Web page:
Monash University, Australia; 9 June 2020

Kerry O’Brien and Brian Vandenberg

When the 2020 footy season restarts this week, the stadiums will be a very different place. No crowds, no meat pies, and no beer.

But we can be sure to see the return of alcohol advertising at every game. An avalanche of it. On the talk shows, on the telecasts, and online.

This comes at a time when a new report shows that Australian children are exposed to enormous volumes of alcohol advertising each year, and there’s little protection from it.

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The report by Dr Brian Vandenberg and Professor Kerry O’Brien in the Behavioural Sciences Research Lab in Monash University’s Faculty of Arts examines the extent, nature, and consequences of children and young people’s exposure to alcohol advertising and sponsorship.

It was commissioned by the Commonwealth Department of Health, on behalf of the Australian National Advisory Council on Alcohol and Drugs (ANACAD), a relatively new national body that reports directly to the Australian minister responsible for drugs and alcohol policy.

How does it affect young people?

The report distils evidence from 30 years of research involving tens of thousands of young people showing that greater exposure to alcohol advertising and sponsorship leads to earlier alcohol initiation, and more harmful drinking. In short, there’s a dose response.

According to report co-author Professor O’Brien, “sport is the leading single entertainment genre for marketing alcohol to children and young people, and research shows advertising and sponsorship in sport is highly effective in influencing children and young people’s attitudes toward alcohol, and their drinking”.

While the impacts on health from allowing exposure to alcohol marketing and sponsorship are quite clear, the impact of preventing exposure is equally clear. In countries with strong laws and regulations to restrict alcohol marketing, there are lower rates of harmful alcohol use.

The public health rationale for protecting children and young people from alcohol advertising is simple, but often ignored. Drinking at a young age poses short-term risks to their health (for example, injury, and accidental death), as well as serious long-term consequences (such as brain damage and developmental problems).

How much alcohol advertising are young people exposed to?

Tobacco advertising was banned in Australia decades ago, but alcohol advertising has continued unfettered.

Australian children’s exposure to alcohol advertising through online and digital media is rapidly increasing, but exposure remains highest through traditional media such as television, and sport sponsorship.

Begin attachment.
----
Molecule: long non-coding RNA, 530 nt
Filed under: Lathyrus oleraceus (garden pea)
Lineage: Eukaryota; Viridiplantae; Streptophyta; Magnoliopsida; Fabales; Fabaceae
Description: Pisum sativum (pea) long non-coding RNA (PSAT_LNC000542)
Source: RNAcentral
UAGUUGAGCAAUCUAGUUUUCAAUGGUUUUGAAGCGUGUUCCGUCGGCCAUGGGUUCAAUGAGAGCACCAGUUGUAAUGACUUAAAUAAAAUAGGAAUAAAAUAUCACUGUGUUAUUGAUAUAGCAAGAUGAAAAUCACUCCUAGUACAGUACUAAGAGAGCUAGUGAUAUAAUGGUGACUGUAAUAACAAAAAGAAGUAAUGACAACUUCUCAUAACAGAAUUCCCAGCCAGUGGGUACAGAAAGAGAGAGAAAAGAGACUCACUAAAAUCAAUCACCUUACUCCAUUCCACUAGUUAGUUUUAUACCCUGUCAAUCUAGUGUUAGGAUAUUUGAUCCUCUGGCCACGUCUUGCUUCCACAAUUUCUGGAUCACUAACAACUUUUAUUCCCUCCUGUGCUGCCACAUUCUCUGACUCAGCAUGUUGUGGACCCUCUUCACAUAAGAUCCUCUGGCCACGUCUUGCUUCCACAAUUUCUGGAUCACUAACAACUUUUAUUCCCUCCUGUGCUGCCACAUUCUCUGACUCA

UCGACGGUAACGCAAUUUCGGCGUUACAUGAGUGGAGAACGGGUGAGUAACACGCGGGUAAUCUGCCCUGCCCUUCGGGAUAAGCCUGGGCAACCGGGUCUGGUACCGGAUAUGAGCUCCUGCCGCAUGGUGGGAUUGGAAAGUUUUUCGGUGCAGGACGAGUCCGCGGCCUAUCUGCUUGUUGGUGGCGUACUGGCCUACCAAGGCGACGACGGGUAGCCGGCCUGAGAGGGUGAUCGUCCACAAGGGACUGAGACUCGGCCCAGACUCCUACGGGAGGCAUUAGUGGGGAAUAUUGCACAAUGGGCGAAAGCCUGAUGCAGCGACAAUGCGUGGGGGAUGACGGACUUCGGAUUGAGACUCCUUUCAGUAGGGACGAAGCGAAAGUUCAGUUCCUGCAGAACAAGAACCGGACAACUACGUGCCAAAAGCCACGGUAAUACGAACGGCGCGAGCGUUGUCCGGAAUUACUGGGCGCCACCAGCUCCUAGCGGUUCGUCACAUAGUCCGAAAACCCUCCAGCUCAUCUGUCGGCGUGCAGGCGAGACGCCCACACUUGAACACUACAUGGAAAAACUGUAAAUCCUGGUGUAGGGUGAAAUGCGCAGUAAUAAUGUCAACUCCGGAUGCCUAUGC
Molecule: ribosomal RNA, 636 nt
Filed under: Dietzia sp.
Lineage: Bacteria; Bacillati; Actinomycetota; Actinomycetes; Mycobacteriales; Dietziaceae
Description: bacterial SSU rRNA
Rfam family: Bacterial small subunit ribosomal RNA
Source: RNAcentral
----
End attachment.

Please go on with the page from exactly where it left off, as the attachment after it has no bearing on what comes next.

In a single year, Australia’s children and adolescents experience more than 50 million exposures to alcohol advertising through telecasts of the three major national sporting codes (AFL, NRL, cricket). Alcohol advertisements within these three sports represent 60 per cent of all alcohol advertising in televised sport.

What’s wrong with the current self-regulatory system?

The industry’s self-regulatory codes in Australia, like elsewhere in the world, do little to shield young people from exposure to alcohol advertising.

Studies show they are completely ineffective in achieving their stated intent of protecting children (0-17 years) from exposure to alcohol advertising and sponsorship during their peak TV viewing times, or from exposures via other media use (online).

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This is largely due to the wide timeslots during which the commercial TV code allows alcohol advertising to be shown (that is, anytime after 8.30pm), and by permitting alcohol advertising and sponsorship to be shown at any time if within a weekend sports program (including live sport, replays or talk shows).

Alcohol sponsorship of sport in Australia is, in effect, unregulated. This is problematic given the popularity of sport with young people, and the pervasiveness of alcohol sponsorship in the major sporting codes.

There are also glaring gaps in the regulation of digital and online advertising, raising fresh concerns about the increasingly targeted exposure of young people via these platforms.